Why Charity Alone isn't the Answer to End Poverty
Over the last two decades “social entrepreneurship” has emerged as a widespread phenomenon in development work. This term is not a mere buzz word or development jargon. It has recently become a strategic and a conscious shift away from the image of the poor as passive individuals waiting for handouts, towards a perception of the poor as active and vocal people, wanting to solve their own problems and seeking dignity, not dependence.
There are many levels at which social entrepreneurship can and should be encouraged. Its primary aim is to help build a society in which the poor and vulnerable have the confidence, skill and desire to break free from a vicious cycle of poverty, find solutions to their problems and create a better future for themselves. Traditional charity often meets their immediate needs but frequently fails to enable these communities to solve their own problems, bring an end to their poverty and ensure that they are accountable to those investing in their development as well as to members of their own community.
Real aid is beneficial to poor people in developing countries such as Uganda, but dependency on aid has a negative impact. This is not, as is sometimes argued, because dependency inhibits development or mobilisation of domestic resources; but because it undercuts the ability of the poor to make their own decisions and implement their own development priorities. Their choices are not made by themselves but dictated by donors or funders. This predicament becomes even more compounded when the global economic crisis brings about severe budget restrictions, donor fatigue sets in and some donors fail to meet their pledges and funding commitments.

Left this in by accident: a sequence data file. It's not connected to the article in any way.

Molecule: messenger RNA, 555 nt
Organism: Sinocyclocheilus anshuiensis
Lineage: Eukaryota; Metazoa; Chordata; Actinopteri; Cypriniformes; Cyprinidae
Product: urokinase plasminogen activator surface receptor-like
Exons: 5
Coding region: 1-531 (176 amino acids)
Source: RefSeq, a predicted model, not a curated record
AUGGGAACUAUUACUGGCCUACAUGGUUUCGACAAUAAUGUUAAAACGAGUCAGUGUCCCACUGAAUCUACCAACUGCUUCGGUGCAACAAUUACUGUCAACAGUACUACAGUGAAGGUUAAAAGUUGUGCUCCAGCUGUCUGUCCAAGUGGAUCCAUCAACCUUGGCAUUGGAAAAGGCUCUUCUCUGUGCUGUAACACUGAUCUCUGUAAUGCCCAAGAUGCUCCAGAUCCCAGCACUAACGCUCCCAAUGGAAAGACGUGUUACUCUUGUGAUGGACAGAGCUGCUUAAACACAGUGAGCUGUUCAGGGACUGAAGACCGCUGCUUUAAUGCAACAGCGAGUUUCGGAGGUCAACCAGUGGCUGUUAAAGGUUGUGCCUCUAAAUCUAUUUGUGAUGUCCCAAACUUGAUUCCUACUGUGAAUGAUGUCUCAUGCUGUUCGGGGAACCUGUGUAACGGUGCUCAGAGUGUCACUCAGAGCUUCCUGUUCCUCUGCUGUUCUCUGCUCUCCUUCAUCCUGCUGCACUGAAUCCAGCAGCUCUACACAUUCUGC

Ka Tutandike Uganda (KTU) is a non-governmental community-based organisation, founded in 2006, whose mandate is to empower vulnerable communities in Uganda. Its focus is primarily child centric as a catalyst for positive change, employing a multisectoral approach to unlock the potential that exists within poor communities. It has evolved and grown, and, as a relatively small organization now able to punch way above its weight, it has demonstrated tangible and positive change in the communities it serves. Its interventions have enabled significant improvements in the health and nutrition of children living in conditions of extreme poverty in and around urban markets; incomes of their parents have increased and they have acquired knowledge and skills to generate new income. Many have become self-reliant, a reading culture has gained momentum and this has led to better grades at school. Deaf children are more aware of sexual and reproductive Health issues, able to articulate them confidently. They are now able to protect themselves.
2011 was a pivotal year in which Ka Tutandike made successful headway towards advocating a change in attitude and policy to protect the rights of the Deaf child in Uganda. The two main national initiatives in Uganda - the National Symposium on education of the Deaf child, in partnership with the Commonwealth Secretariat and Leonard Cheshire Disability, and the launch of the first ever Uganda National Coalition for the Deaf (UNCD) have been examples of what positive collaboration and partnerships can achieve towards setting a firm foundation to protect the rights of the disabled and integrate them into mainstream development.